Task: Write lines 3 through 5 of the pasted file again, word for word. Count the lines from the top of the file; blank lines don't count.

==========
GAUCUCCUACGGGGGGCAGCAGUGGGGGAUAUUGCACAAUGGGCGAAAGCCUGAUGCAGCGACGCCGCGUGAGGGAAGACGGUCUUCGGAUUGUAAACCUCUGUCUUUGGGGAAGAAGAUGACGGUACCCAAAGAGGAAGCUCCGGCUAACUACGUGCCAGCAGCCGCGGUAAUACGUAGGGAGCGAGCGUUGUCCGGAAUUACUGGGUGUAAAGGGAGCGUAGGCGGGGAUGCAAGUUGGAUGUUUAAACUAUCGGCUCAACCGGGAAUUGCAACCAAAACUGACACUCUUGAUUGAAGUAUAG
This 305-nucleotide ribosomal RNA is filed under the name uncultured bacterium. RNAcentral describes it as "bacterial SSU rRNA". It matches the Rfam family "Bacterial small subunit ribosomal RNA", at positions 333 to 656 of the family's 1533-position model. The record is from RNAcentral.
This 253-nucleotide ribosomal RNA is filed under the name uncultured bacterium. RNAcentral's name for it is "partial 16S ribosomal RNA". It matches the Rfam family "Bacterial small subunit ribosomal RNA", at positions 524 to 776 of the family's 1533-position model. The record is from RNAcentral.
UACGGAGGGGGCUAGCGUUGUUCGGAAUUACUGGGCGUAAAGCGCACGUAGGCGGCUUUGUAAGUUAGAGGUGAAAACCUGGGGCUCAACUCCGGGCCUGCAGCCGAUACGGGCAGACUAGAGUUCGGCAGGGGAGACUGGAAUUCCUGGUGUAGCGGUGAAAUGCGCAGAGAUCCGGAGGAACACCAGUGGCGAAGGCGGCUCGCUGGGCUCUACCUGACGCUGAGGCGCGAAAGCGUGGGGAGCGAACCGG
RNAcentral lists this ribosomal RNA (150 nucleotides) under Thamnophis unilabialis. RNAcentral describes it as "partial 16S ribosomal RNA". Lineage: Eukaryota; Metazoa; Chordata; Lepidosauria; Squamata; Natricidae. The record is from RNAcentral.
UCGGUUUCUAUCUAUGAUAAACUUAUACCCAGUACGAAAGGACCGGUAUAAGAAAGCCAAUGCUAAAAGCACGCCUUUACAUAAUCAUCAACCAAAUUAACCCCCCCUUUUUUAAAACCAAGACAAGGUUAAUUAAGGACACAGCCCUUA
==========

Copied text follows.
This 253-nucleotide ribosomal RNA is filed under the name uncultured bacterium. RNAcentral's name for it is "partial 16S ribosomal RNA". It matches the Rfam family "Bacterial small subunit ribosomal RNA", at positions 524 to 776 of the family's 1533-position model. The record is from RNAcentral.
UACGGAGGGGGCUAGCGUUGUUCGGAAUUACUGGGCGUAAAGCGCACGUAGGCGGCUUUGUAAGUUAGAGGUGAAAACCUGGGGCUCAACUCCGGGCCUGCAGCCGAUACGGGCAGACUAGAGUUCGGCAGGGGAGACUGGAAUUCCUGGUGUAGCGGUGAAAUGCGCAGAGAUCCGGAGGAACACCAGUGGCGAAGGCGGCUCGCUGGGCUCUACCUGACGCUGAGGCGCGAAAGCGUGGGGAGCGAACCGG
RNAcentral lists this ribosomal RNA (150 nucleotides) under Thamnophis unilabialis. RNAcentral describes it as "partial 16S ribosomal RNA". Lineage: Eukaryota; Metazoa; Chordata; Lepidosauria; Squamata; Natricidae. The record is from RNAcentral.